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Publication numberUS4967773 A
Publication typeGrant
Application numberUS 07/066,494
Publication dateNov 6, 1990
Filing dateJun 26, 1987
Priority dateJun 26, 1986
Fee statusLapsed
Also published asDE3774341D1, EP0251642A1, EP0251642B1
Publication number066494, 07066494, US 4967773 A, US 4967773A, US-A-4967773, US4967773 A, US4967773A
InventorsAlec S. W. Shaw
Original AssigneeShaw Alec S W
Export CitationBiBTeX, EndNote, RefMan
External Links: USPTO, USPTO Assignment, Espacenet
Nicotine containing lozenge
US 4967773 A
Abstract
There is disclosed a lozenge formed by compression of at least two mixed components, one of said components including lactose or a lactose containing substance and the other of said components comprising a carrier having nicotine or a nicotine derivative absorbed therein such that there is no direct contact between the nictone and the lactose whilst together in the lozenge.
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Claims(10)
I claim:
1. A lozenge formed by compression of at least two mixed components, one of said components including lactose or a lactose containing substance and the other of said components comprising a carrier having nicotine or a nicotine derivative absorbed therein such that there is no direct contact between the nicotine and the lactose whilst together in the lozenge.
2. A lozenge according to claim 1 wherein said first component comprises lactose or a lactose containing substance and a binder.
3. A lozenge according to claim 2 having between 5% and 30% by weight of said binder therein.
4. A lozenge according to claim 2 wherein said binder comprises acacia powder.
5. A lozenge according to any preceding claim wherein said first component includes one or more of the following ingredients: cocoa, liquorice, aniseed, peppermint, icing sugar.
6. A lozenge according to any preceding claim wherein the first component is wet granulated and dried.
7. A lozenge according to any preceding claim wherein the carrier of said second component comprises a synthetic silica formulation.
8. A lozenge according to any preceding claim having between 0.1 and 8 mg of nicotine therein.
9. A lozenge according to any preceding claim wherein a lubricant is added to the two components before compression thereof.
10. A lozenge formed by compression of at least two mixed components, one of said components including lactose or a lactose containing substance and the other of said components comprising a carrier having nicotine or a nicotine derivative absorbed therein, and additionally containing a lubricant comprising magnesium stearate to facilitate said compression, said two mixed components being such that there is no direct contact between the nicotine and the lactose while together in the lozenge.
Description

This invention concerns a nicotine containing lozenge.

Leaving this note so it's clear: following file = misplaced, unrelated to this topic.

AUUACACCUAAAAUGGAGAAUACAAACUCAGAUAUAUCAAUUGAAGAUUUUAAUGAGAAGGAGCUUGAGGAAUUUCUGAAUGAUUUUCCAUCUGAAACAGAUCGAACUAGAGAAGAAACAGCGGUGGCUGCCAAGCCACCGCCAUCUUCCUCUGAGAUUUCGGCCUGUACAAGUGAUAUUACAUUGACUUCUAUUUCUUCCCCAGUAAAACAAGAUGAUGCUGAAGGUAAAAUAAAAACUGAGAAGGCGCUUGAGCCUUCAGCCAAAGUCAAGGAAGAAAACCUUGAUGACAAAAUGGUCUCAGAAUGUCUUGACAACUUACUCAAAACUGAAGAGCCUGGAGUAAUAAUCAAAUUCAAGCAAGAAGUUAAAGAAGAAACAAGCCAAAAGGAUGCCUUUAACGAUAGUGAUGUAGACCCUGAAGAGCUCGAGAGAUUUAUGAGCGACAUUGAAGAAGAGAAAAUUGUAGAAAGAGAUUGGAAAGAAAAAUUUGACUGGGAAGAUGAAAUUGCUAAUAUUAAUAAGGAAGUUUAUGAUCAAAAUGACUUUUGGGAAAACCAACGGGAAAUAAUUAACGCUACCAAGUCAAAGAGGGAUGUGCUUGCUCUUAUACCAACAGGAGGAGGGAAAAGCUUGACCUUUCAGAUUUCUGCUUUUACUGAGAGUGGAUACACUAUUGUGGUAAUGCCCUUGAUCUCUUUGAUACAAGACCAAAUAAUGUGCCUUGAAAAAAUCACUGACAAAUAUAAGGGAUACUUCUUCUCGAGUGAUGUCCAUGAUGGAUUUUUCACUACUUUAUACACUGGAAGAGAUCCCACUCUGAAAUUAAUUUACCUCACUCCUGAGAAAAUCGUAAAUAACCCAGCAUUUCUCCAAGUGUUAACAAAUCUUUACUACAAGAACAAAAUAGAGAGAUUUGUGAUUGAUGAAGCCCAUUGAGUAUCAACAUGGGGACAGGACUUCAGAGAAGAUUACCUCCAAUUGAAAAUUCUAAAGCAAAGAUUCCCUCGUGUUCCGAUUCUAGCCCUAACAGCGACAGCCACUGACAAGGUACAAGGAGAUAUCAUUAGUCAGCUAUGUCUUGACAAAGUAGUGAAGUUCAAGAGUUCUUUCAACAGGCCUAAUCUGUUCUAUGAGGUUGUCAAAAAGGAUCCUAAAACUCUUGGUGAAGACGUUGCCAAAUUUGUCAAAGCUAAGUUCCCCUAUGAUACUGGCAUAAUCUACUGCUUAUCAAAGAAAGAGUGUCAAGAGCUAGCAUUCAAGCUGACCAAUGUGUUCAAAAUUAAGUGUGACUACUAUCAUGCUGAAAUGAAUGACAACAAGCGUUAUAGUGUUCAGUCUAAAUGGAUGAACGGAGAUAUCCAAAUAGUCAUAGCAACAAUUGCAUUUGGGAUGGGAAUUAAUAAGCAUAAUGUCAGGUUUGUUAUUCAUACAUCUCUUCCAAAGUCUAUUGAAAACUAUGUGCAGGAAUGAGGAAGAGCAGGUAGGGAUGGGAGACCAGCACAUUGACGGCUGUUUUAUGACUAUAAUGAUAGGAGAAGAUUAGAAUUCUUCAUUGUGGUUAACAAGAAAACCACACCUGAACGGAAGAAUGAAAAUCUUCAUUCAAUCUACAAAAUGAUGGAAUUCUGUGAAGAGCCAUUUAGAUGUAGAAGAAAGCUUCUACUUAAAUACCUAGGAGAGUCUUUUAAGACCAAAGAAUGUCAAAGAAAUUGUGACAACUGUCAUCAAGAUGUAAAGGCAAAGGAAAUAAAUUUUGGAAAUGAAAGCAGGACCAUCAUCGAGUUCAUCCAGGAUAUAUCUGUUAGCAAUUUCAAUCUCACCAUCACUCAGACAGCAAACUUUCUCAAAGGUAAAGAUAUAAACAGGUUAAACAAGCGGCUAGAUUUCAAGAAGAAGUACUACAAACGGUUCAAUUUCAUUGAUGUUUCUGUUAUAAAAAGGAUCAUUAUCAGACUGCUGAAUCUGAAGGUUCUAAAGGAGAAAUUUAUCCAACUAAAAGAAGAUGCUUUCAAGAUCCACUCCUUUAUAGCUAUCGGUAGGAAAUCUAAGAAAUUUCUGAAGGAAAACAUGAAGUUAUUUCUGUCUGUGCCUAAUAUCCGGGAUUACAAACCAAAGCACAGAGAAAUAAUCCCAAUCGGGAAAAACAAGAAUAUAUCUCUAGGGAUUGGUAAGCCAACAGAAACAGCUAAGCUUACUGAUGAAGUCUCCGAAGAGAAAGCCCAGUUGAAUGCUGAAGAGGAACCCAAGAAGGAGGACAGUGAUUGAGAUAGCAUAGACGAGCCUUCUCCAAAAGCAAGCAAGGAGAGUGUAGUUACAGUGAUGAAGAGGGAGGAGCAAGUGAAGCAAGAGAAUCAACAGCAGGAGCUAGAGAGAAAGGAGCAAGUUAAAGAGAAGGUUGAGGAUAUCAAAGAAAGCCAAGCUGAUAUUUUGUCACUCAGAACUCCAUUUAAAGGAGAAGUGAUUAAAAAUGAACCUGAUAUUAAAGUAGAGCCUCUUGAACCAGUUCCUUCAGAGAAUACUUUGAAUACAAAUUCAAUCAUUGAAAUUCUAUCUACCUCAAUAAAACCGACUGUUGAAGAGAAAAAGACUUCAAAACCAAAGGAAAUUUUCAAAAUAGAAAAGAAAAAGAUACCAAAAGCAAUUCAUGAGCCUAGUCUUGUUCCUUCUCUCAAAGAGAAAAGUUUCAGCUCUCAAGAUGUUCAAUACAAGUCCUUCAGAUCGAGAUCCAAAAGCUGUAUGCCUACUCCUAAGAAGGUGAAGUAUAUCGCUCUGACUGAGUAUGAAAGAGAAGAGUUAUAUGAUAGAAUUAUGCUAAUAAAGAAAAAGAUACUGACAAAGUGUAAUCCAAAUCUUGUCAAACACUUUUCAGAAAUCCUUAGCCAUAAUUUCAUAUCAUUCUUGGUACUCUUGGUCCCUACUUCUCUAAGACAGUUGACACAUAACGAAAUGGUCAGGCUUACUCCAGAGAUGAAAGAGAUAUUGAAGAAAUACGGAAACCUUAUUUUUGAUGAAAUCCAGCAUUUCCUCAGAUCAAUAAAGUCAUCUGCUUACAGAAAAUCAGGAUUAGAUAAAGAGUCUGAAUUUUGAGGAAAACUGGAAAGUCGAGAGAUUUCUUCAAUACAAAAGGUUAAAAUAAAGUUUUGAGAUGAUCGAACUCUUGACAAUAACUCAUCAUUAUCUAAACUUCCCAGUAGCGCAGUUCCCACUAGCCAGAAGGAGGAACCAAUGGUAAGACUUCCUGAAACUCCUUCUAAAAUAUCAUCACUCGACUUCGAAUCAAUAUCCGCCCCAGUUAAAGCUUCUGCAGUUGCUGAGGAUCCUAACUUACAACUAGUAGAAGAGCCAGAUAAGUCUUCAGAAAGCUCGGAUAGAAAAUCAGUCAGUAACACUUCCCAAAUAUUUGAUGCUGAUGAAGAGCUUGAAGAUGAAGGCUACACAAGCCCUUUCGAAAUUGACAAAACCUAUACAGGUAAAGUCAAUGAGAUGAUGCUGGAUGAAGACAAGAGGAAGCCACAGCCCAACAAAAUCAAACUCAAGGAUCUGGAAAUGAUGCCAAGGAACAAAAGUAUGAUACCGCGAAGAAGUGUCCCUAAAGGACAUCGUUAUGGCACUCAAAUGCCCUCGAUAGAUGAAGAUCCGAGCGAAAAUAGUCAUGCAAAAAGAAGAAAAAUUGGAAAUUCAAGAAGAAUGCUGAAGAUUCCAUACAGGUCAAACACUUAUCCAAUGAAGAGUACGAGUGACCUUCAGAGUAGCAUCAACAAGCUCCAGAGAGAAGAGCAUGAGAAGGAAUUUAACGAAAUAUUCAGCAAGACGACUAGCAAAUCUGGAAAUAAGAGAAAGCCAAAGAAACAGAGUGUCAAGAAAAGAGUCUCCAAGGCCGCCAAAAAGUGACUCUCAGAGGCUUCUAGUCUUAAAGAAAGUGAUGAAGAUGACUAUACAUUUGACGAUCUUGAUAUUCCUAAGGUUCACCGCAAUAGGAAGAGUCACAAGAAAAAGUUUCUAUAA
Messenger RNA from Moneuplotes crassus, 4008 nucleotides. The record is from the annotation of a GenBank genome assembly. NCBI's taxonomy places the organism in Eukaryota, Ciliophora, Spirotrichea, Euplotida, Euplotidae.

Such lozenges are used by smokers either as a substitute for cigarettes or the like in no-smoking areas or as an aid in giving up the smoking habit.

One problem with such lozenges is the nausea and discomfort that can follow the ingestion of nicotine or nicotine containing substances.

It is well known that lactose is an effective antidote to nicotine poisoning and the unpleasant symptoms aforesaid.

Hitherto it has not, however, been possible to incorporate lactose or a lactose containing substance into a nicotine containing lozenge since contact between the nicotine and the lactose has caused a reaction destroying the effect of the nicotine

It is an object of the present invention to provide a lozenge containing both nicotine and lactose and which overcomes the problem aforesaid.

According to the present invention there is provided a lozenge formed by compression of at least two mixed components, one of said components including lactose or a lactose containing substance and the other of said components comprising a carrier having nicotine or a nicotine derivative absorbed therein such that there is no direct contact between the nicotine and the lactose whilst together in the lozenge.

The component including lactose or a lactose containing substance may be granulated and dried.

The invention will be further apparent from the following description which concerns, by way of example, only a number of nicotine containing lozenges embodying same.

The lozenges are produced by compression of a mixture of at least two components using conventional tablet forming machinery.

The first component is prepared from a mixture of lactose or lactose containing substance and a suitable binder.

A typical formulation for the first component might comprise:

______________________________________Acacia Powder   1000 gmsLactose         2900 gms______________________________________

together with desired flavouring and colouring agents, for example:

______________________________________Liquorice              1000   gmsCocoa                  500    gmsAniseed Flavouring     37     gmsPeppermint Flavouring  20     gms______________________________________

If desired, up to 10 kgms of Icing Sugar may be incorporated in the formulation.

The lactose may be replaced by skimmed milk powder, a whey or other milk product.

The acacia powder may be replaced by Avicel micro-cellulose manufactured by FMC Corporation, USA or a similar gum material.

Any of these formulations may include other additives such as sodium bicarbonate, sodium carbonate or potassium hydroxide or aluminium hydroxide for example.

Water is added to the formulation which is then wet granulated and dried in preparation for addition to the second component.